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Literary Terms


the act of creating and developing a character

Direct Characterization

writer directly states a character's trait

Indirect Characterization

Character is revealed by (1) words, thoughts, actions of the characters, (2) character's appearance and background, (3) what other characters say about the character, (4) how other characters react toward the character

flat character

a character that is characterized by one or two traits;

round character

a character that is complex and perhaps even contradictory

dynamic character

a character that changes over the course of the story

static character

a character that does not develop


hero or central character of literary work


a person or force which opposes the protagonist in a literary work


the event and actions of a story


the time and place in which a story unfolds


the author's attitude towards his or her subject


the feeling, emotional state, or atmosphere of a literary work

internal conflict

a mental, emotional, or psychological struggle within a character

external conflict

the opposition between two characters, two groups of people, or between the protagonist and a larger problem such as forces of nature, ideas, etc.

first person point of view

narrator participates in the story

third person point of view

narrator stands outside the story itself


a literary type; the four major genres are fiction, nonfiction, poetry, and drama


a narrative which has both a literal meaning and a representative one


a piece of literature designed to ridicule the subject of the work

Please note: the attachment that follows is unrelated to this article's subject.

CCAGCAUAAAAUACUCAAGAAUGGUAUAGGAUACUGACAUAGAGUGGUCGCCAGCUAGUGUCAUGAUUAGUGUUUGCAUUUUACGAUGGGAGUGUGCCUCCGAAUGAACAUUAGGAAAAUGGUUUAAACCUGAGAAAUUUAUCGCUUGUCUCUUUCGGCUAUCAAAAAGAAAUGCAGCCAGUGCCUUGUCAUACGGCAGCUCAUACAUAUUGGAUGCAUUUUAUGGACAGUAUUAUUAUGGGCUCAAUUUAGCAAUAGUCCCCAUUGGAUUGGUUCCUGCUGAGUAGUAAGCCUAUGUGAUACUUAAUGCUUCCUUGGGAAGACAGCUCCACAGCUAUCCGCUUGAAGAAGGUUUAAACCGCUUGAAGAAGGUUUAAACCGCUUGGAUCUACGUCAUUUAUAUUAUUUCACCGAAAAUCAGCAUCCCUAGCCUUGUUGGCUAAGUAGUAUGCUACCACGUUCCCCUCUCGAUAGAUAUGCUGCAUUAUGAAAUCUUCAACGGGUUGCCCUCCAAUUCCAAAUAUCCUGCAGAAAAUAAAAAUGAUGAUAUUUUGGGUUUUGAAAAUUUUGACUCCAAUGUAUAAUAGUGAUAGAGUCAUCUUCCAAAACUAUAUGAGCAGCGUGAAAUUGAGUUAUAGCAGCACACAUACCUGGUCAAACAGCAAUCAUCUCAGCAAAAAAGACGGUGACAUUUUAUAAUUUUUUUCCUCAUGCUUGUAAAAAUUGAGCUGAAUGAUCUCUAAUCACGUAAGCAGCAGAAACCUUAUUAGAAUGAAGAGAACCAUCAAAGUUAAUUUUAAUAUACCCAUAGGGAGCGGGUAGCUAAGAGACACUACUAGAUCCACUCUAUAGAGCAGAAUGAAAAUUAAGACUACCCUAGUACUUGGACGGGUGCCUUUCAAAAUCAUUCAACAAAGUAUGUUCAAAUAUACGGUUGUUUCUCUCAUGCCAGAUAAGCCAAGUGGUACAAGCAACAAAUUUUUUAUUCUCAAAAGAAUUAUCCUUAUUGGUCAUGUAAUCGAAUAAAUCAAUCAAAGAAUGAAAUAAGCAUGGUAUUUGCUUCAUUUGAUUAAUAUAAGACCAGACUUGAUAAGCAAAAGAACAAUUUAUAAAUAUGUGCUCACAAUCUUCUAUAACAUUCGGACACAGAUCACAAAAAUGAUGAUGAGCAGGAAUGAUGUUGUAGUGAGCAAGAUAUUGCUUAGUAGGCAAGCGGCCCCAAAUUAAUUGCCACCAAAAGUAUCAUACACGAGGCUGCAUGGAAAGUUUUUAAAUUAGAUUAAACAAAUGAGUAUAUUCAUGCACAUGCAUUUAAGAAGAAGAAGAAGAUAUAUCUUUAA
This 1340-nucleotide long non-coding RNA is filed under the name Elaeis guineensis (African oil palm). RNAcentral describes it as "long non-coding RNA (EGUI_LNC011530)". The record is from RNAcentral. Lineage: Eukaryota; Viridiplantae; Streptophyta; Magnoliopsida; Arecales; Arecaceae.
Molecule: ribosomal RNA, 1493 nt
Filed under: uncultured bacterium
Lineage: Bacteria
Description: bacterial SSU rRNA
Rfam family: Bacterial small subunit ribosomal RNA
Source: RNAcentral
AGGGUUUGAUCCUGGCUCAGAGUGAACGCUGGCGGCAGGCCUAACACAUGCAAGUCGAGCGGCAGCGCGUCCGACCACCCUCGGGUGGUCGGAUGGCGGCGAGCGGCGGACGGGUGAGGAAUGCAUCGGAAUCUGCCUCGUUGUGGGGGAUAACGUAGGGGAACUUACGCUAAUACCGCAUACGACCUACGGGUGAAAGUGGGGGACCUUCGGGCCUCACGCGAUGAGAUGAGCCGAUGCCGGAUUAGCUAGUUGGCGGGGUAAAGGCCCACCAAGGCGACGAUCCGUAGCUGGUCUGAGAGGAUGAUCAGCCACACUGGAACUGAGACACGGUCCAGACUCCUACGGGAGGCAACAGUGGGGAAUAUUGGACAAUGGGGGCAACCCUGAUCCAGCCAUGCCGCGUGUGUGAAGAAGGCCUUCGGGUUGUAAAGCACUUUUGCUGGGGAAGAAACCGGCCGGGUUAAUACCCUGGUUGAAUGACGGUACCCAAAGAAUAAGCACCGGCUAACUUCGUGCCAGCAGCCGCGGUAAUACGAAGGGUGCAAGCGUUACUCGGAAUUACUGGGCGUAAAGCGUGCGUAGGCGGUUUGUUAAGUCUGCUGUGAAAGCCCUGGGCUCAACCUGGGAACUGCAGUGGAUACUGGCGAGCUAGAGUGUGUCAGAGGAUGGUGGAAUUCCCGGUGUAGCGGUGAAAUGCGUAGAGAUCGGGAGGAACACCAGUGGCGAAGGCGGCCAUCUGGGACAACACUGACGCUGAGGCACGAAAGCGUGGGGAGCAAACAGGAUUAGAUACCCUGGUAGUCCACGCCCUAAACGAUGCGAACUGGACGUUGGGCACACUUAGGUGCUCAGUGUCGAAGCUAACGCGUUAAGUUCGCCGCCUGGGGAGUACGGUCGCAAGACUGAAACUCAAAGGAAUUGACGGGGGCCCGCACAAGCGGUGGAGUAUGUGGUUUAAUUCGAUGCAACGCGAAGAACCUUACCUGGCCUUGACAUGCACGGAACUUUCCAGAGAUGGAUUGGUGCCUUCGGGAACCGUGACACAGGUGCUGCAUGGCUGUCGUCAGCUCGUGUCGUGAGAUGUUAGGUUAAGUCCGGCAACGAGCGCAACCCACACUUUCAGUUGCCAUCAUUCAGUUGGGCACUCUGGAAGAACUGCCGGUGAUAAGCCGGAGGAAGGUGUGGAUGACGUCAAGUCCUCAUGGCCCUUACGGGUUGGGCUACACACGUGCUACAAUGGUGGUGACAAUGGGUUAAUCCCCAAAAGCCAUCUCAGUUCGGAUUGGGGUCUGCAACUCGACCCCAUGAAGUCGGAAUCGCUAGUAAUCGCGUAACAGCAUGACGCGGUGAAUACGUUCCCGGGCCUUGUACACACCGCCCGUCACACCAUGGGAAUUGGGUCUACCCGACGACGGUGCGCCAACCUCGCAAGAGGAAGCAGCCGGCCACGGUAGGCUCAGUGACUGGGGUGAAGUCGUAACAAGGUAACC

device in literature which an object represents an idea


the lesson, main message, or moral of a story


a recurring element that appears frequently in a work of literature


reference to an event which took place prior to the beginning of the story


a method used to build suspense by providing hints of what is to come

irony of situation

the result of an action is the reverse of what the actor expected

dramatic irony

when the audience knows something that the characters in the drama do not

verbal irony

the contrast between the literal meaning of what is said and what is meant


a distinct way of speaking by a group of people from a particular geographic region, economic group, or social class


a word or group of words in a literary work which appeal to one or more of the senses: sight, taste, touch, hearing, and smell


a reference in one literary work to a character or theme found in another literary work


the form of a comparison between two unlike quantities for which a basis for comparison can be found, and which uses the words "like" or "as" in the comparison


a comparison is made between two unlike things without the use of the words "like" or "as"


a repetition of the initial sounds of several words in a group


an overstatement or exaggeration


something nonhuman is given human characteristics


he sound of a word echoes the sound it represents


the author's choice of word


a combination of contradictory ideas


the way words are arranged in a sentence

parallel structure

a series of words, phrases, or sentences that have a similar or grammatical form for emphasis

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